I want to stop watching porn

Many young men in their 20’s or 30’s wanting to have fulfilling relationships find they have difficulty in doing so. There is a variety of reasons why this might be but increasingly the use of porn may be a part of the problem. Some men may have started watching sexually explicit videos from the age of 10 or 11 and most adolescent young men have seen pornographic materials by the age of 13 or 14. A time when the brain is rewiring and setting new patterns of behaviour.

Despite having a desire or need to be intimate with their girlfriend or boyfriend they have difficulty in doing so. They may not be physically successful or find that they have difficulty in connecting emotionally. Watching porn compulsively (every day for example) may indicate that a person is addicted and therefore could suffer the same withdrawal challenges that heroin or alcohol addicts suffer. Don’t listen to friends who say that you should just stop. It’s not that easy. The brain likes habitual activities and resists any change that might remove those habits especially those habits, such as watching sexual images, that are enjoyable.

Men who watch a lot of porn may suffer a number of issues such as having difficulty with delayed or premature ejaculation and/or sometimes also a difficulty around getting a full enough erection for penetration. For a young man starting to get involved in relationships, this can lead to feelings of poor self-belief and insecurity which can, in turn, mean avoidance of physical intimacy. Unfortunately, this may also make your potential partner question the relationship and their attractiveness.

Along with this can be issues around trust. The partner may interpret the inability to perform as an indication of unfaithfulness. And usually, most men who watch a lot of porn are ashamed about their lack of ability to control themselves and so are extremely good at hiding this secret activity. But holding secrets like this means that there can be a barrier to emotional intimacy. Again partners may sense that something isn’t quite right and if they feel something isn’t right they may ask their partner what is wrong and not be fully satisfied with the given answer.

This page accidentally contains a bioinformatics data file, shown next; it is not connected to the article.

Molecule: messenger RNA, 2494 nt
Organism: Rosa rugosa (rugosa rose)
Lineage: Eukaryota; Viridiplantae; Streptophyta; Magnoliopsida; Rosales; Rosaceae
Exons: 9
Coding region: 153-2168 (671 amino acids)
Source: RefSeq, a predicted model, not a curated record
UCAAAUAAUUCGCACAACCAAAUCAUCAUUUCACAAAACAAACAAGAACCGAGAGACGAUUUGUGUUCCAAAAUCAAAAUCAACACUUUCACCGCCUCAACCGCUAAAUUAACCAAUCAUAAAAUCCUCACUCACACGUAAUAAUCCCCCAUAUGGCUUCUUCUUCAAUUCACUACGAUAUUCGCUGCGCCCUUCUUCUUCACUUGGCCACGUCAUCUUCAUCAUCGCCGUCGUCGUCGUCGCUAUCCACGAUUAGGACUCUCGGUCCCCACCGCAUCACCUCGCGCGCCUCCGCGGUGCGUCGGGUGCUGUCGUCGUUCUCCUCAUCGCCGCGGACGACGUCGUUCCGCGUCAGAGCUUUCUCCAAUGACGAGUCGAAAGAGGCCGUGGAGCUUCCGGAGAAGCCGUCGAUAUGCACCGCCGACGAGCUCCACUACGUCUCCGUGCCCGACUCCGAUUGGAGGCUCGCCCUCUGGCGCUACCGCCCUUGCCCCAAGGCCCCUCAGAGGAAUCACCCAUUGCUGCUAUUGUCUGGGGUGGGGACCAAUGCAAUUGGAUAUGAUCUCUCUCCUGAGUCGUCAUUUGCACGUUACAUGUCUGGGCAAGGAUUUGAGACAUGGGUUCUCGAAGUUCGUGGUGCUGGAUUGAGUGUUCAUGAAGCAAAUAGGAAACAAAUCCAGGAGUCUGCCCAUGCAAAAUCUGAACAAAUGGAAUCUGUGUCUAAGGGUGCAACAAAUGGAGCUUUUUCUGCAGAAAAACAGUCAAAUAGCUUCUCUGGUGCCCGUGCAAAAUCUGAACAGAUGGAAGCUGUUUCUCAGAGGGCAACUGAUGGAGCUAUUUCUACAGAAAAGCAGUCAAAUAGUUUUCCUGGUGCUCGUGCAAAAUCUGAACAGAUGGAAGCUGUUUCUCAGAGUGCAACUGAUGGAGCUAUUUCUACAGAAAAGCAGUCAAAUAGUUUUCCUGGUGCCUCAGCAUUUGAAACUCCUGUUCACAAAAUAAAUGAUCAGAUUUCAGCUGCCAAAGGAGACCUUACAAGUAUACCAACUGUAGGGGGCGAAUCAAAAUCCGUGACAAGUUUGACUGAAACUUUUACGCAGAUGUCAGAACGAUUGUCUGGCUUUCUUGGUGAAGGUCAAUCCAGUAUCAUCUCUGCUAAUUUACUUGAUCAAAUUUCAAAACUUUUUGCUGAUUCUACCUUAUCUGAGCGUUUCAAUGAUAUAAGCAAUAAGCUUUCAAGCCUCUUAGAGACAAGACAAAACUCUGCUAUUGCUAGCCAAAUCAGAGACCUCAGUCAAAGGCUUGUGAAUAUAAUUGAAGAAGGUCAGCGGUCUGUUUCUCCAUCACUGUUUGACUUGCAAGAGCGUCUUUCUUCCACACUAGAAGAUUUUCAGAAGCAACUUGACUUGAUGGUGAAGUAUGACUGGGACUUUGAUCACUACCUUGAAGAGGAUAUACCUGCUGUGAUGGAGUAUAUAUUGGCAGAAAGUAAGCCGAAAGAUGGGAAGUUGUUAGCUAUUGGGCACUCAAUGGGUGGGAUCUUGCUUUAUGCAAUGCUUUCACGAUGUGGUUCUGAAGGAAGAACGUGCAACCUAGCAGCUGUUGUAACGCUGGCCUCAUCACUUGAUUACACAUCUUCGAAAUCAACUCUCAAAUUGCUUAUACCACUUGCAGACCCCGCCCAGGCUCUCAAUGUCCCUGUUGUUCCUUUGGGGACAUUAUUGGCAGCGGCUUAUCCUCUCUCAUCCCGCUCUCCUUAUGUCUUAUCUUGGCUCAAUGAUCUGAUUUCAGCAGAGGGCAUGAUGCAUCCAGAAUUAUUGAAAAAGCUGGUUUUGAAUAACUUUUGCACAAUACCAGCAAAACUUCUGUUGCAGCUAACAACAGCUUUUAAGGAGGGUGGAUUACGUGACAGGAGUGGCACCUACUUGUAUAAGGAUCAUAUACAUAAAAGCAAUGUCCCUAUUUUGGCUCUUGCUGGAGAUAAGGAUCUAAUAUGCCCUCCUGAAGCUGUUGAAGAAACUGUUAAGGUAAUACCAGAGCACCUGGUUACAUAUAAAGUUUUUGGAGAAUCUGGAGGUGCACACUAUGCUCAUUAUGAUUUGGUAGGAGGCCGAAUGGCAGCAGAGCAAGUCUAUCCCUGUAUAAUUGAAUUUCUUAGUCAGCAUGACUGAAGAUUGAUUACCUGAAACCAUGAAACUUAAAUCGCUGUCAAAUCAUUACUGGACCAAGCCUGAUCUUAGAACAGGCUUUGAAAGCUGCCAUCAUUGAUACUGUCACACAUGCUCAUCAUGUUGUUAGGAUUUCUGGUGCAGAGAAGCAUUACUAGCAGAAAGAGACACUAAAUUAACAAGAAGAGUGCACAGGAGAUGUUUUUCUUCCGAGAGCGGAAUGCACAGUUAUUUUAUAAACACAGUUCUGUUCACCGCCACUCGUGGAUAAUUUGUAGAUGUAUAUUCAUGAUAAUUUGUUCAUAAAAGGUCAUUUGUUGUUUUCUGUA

So, what can be done?

Well, the first step is to decide what is important in your life - watching porn or having a potential relationship. Sometimes not actually an easy question to answer. However, assuming that you decide you want to take back control then you have to accept that you haven’t been in control. But also accepting that you can actually get back into control. Just because you’ve tried to stop once or twice or even more and have failed this doesn’t mean that you won’t succeed the next time or the time after that. Stopping any addiction is difficult. If it was easy there wouldn’t be addicts.

Some people can be very focused and stop and go cold turkey by themselves. Usually, this ability ties in with a desperate need to change. Something traumatic or substantial such as a threat to end a relationship. Most, however, usually the need the support of a professional if only for the kick start. There are also support groups around the country (SA, SAA or SLAA) and a lot of information online and in books. Improved knowledge about the addiction tied in with being determined and focused helps power the change that is necessary.

Decide why you want to stop. What is your goal? And remember, for most, watching porn is stimulating and enjoyable. Watching porn provides hits of dopamine, the feel-good hormone. So accept that you are going to give up a certain pleasure and look to filling that gap. Although they won’t fully replace the dopamine hits obtain from porn watching and masturbation it is suggested that an addict should look to find new hobbies or activities. Join social groups. Look at your job and decide whether you want to continue with it. Is the stress from work pushing you to self soothe? Or are there other things in your life that are making you want to self soothe.

But most of all believe. Believe you can do it. Believe you can change and take back control. Believe you are a good person who might make mistakes and believe that you can have a close and enjoyable relationship. Believe you are worth it.

Counselling Directory is not responsible for the articles published by members. The views expressed are those of the member who wrote the article.

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Written by Owen Redahan. MBACP. B.Sc.(Agr)

Owen works with individuals and couples. He focuses mainly on issues around self-esteem, relationships, sexual addiction and work problems using CBT and person-focused therapies. He has a diploma in Counselling and is a member of ATSAC (Association for the Treatment of Sexual Addiction and Compulsivity). He is based in Canary Wharf, London E14.… Read more

Written by Owen Redahan. MBACP. B.Sc.(Agr)

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